Posted on December 14, 2020
A company that makes marine structures from barges to bridge tressels is expanding and moving from Chesapeake to Perquimans County.
East Coast Steel Fabrication will be the only large manufacturer in the county and the first in at least 20 years. The company will add 28 jobs and invest $482,000 in new buildings and equipment.
The numbers may not seem large for places like Raleigh or Virginia Beach, but in rural eastern North Carolina it is a game changer, said David Goss, economic developer for the county. Located on the Albemarle Sound, Perquimans County has fewer than 14,000 residents, according to the latest numbers from the U.S. Census Bureau.
“It’s a very big deal,” he said.
The company has operated in Chesapeake for 14 years, making metal barges, bridge structures, pile-driving templates and deck houses for projects from New York to Florida, including the Chesapeake Bay Bridge-Tunnel.
Plans are to move all its operations to Perquimans County by the end of next year, said Cynthia Overman, owner and business manager. Overman’s husband and former shipyard welder, Mark Overman, is company president and oversees the construction projects.
Crews are constructing a new 10,000-square-foot, metal building where they will build their wares. They will start on another 14,000-square-foot facility soon, she said. The site lies on 10 acres along the Perquimans River in the county’s marine industrial park.
The new jobs will average $45,000 a year, in a county where the median annual income is about $30,000. The company averages annual revenues of $6 million, according to a release from the state.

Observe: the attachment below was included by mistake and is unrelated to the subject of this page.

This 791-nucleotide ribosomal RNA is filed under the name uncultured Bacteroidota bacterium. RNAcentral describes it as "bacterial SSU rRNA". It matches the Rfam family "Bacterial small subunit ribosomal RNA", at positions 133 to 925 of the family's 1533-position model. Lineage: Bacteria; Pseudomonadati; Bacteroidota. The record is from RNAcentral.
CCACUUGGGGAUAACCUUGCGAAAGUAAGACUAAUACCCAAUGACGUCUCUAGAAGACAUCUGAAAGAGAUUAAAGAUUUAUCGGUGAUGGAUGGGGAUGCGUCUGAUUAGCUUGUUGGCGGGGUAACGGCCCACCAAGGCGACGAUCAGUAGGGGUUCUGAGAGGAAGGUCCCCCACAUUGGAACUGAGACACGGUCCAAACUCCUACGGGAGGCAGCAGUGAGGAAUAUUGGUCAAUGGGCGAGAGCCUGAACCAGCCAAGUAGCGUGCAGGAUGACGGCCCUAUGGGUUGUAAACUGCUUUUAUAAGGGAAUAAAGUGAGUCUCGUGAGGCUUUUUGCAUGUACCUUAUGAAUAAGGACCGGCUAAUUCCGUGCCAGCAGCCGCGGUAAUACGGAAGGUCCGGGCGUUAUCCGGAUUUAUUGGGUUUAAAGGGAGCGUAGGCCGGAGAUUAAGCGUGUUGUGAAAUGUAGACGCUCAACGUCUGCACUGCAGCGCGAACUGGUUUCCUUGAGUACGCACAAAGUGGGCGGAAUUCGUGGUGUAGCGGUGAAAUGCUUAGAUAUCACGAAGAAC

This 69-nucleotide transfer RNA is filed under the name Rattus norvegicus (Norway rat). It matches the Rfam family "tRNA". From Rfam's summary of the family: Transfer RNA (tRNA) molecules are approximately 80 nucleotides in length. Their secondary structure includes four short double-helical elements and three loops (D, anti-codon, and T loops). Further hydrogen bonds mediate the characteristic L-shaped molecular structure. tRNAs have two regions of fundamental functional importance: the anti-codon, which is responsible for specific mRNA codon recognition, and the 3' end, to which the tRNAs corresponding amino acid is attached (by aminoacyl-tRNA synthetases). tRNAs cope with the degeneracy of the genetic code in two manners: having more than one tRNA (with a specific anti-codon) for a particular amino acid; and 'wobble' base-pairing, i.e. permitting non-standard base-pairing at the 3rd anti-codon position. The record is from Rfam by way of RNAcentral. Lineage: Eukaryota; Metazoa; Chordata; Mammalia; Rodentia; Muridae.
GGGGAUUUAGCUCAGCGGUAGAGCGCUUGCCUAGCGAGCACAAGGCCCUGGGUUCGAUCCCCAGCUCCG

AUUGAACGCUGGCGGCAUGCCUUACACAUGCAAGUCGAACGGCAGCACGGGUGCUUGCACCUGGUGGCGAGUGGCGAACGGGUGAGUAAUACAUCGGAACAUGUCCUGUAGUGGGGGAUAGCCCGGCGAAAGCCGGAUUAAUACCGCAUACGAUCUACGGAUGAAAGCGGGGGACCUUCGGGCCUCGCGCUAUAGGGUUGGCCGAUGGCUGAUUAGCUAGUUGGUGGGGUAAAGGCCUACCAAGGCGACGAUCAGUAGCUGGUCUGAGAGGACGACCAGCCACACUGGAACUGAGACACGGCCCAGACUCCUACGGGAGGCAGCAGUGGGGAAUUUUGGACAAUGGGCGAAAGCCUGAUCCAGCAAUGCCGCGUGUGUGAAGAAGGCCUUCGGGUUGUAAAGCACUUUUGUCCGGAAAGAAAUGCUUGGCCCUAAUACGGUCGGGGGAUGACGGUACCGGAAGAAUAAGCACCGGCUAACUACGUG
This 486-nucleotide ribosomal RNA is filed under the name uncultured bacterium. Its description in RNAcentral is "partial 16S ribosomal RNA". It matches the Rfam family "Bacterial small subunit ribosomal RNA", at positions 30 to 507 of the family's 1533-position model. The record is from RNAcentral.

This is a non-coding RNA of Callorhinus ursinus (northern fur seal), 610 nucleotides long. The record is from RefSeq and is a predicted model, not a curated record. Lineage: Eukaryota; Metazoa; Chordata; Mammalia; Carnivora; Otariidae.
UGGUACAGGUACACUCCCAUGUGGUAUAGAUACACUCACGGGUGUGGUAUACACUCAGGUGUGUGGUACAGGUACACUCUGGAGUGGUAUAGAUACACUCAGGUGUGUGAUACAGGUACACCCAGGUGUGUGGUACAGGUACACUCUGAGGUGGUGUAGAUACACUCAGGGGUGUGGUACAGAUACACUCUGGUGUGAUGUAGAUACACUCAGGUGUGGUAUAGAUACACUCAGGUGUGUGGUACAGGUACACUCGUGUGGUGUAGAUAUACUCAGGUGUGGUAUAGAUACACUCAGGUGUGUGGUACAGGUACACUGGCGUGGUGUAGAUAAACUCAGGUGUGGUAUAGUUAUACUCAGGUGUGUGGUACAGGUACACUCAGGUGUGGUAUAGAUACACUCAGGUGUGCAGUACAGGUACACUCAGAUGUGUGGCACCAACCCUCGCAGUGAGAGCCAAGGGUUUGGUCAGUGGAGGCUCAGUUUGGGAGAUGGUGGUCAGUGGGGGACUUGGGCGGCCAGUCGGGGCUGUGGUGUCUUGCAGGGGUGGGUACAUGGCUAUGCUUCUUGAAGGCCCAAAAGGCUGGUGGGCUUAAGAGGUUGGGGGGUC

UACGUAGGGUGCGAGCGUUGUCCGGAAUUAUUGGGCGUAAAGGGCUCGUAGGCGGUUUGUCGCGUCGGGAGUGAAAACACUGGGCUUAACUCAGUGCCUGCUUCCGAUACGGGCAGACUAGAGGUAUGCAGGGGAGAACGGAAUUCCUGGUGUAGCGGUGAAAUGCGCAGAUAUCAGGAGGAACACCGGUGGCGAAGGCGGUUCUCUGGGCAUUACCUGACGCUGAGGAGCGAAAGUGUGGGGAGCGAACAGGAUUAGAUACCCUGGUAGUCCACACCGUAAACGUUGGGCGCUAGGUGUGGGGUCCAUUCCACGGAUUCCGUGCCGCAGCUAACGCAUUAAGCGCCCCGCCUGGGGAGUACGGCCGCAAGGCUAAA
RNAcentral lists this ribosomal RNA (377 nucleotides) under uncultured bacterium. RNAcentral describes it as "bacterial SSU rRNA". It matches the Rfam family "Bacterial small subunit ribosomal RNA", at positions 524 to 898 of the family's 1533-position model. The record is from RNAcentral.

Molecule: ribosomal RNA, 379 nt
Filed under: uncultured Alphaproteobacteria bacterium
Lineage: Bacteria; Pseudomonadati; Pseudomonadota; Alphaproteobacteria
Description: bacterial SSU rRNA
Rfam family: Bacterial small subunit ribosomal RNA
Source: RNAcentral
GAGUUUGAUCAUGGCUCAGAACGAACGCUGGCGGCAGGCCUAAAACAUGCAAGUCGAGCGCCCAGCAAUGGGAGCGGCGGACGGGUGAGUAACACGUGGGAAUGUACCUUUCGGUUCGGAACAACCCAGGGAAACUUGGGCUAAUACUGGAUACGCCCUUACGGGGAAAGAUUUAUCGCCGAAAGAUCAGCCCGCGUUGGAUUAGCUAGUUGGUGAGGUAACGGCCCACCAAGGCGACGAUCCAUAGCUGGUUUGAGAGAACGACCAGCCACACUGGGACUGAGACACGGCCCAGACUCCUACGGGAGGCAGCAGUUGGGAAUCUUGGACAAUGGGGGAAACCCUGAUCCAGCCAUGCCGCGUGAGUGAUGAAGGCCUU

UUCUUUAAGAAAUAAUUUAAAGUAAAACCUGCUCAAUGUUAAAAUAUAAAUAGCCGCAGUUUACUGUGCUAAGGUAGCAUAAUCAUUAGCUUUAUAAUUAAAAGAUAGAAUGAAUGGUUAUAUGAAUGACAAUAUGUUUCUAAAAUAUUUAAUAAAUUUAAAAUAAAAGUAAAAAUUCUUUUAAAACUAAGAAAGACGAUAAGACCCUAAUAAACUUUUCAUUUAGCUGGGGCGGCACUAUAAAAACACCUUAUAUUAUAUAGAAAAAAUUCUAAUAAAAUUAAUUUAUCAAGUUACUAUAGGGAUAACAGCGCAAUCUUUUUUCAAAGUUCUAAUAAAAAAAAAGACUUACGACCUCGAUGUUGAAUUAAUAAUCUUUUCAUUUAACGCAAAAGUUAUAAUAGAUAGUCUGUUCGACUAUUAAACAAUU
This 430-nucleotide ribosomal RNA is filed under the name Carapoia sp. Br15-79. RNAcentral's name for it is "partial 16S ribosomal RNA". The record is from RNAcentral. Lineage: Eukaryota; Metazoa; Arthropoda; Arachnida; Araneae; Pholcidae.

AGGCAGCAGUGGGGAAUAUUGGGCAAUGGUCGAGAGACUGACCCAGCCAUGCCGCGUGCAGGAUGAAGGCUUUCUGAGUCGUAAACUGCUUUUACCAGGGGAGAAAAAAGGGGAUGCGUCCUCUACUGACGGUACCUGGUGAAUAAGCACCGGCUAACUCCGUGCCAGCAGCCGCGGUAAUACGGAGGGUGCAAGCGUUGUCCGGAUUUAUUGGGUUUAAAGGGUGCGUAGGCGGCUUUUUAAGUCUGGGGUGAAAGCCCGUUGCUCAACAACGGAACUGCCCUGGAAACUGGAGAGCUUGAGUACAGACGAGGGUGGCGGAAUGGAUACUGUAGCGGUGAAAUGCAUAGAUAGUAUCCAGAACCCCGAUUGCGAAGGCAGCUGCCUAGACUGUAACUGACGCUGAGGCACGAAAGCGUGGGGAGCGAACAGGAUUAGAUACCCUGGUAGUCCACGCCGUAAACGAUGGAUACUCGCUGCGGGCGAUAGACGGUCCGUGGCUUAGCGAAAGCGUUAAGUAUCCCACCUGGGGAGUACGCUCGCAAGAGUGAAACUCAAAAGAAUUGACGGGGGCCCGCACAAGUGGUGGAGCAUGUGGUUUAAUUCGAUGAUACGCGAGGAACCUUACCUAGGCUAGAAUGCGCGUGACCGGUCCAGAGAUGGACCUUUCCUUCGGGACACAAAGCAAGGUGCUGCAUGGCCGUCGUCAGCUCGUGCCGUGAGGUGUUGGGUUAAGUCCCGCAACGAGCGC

“We hope people will see something like this being successful and want to come,” Goss said. “Land is cheap here.”
The company began work on the second site with six employees in Perquimans County last year in a small metal building.
The company moved to a place it could own in Perquimans for less than it could rent or buy in Chesapeake, Overman said.
Kayla Livingston, a 19-year-old welder, was kneeling Thursday on a platform in her coveralls, steel-toed boots and welding helmet fabricating a barge hatch. A bright spark from her welding rod lit up like a small star as she fused parts together.
She is a new hire since recently finishing welding courses.
“I like hands-on skills a lot,” she said taking a break from her work. “I wanted to learn welding.”
Her veteran co-worker, Arnold Wiggins, acknowledged she’s already good at it.
The North Carolina Department of Commerce awarded the company a $60,000 grant in October to be paid after it completes the promised investment and new hires. Many of the employees will transfer from the Chesapeake facility, Overman said. Most live in eastern North Carolina anyway, she said.
The grant will help purchase a new crane, she said. The new building is nearly finished except for a back wall. Once the crane arrives and is moved inside, crews will put up the wall, she said.
Projects in different stages of completion dot the property.
A massive gray dredge, intended for a Chesapeake contractor, sits on the grounds next to a building. Soon, a crew will launch the dredge at the nearby ramp on the river and a barge will take it away.
“Up the Intracoastal Waterway it will go,” Overman said.
Stacks of metal pipe 82 feet long are lying on the ground nearly ready to go to a project on the Chesapeake Bay Bridge-Tunnel.
Supervisor Jonathan Parks stood next to a long, wide sheet of steel that will be part of a 55-foot-long barge for Norfolk Dredging Company. It could take three months to finish.
Contracts to build two more vessels are in the works, he said.
“It’s going to get busy around here fast,” he said.
Jeff Hampton, 252-491-5272, email@example.com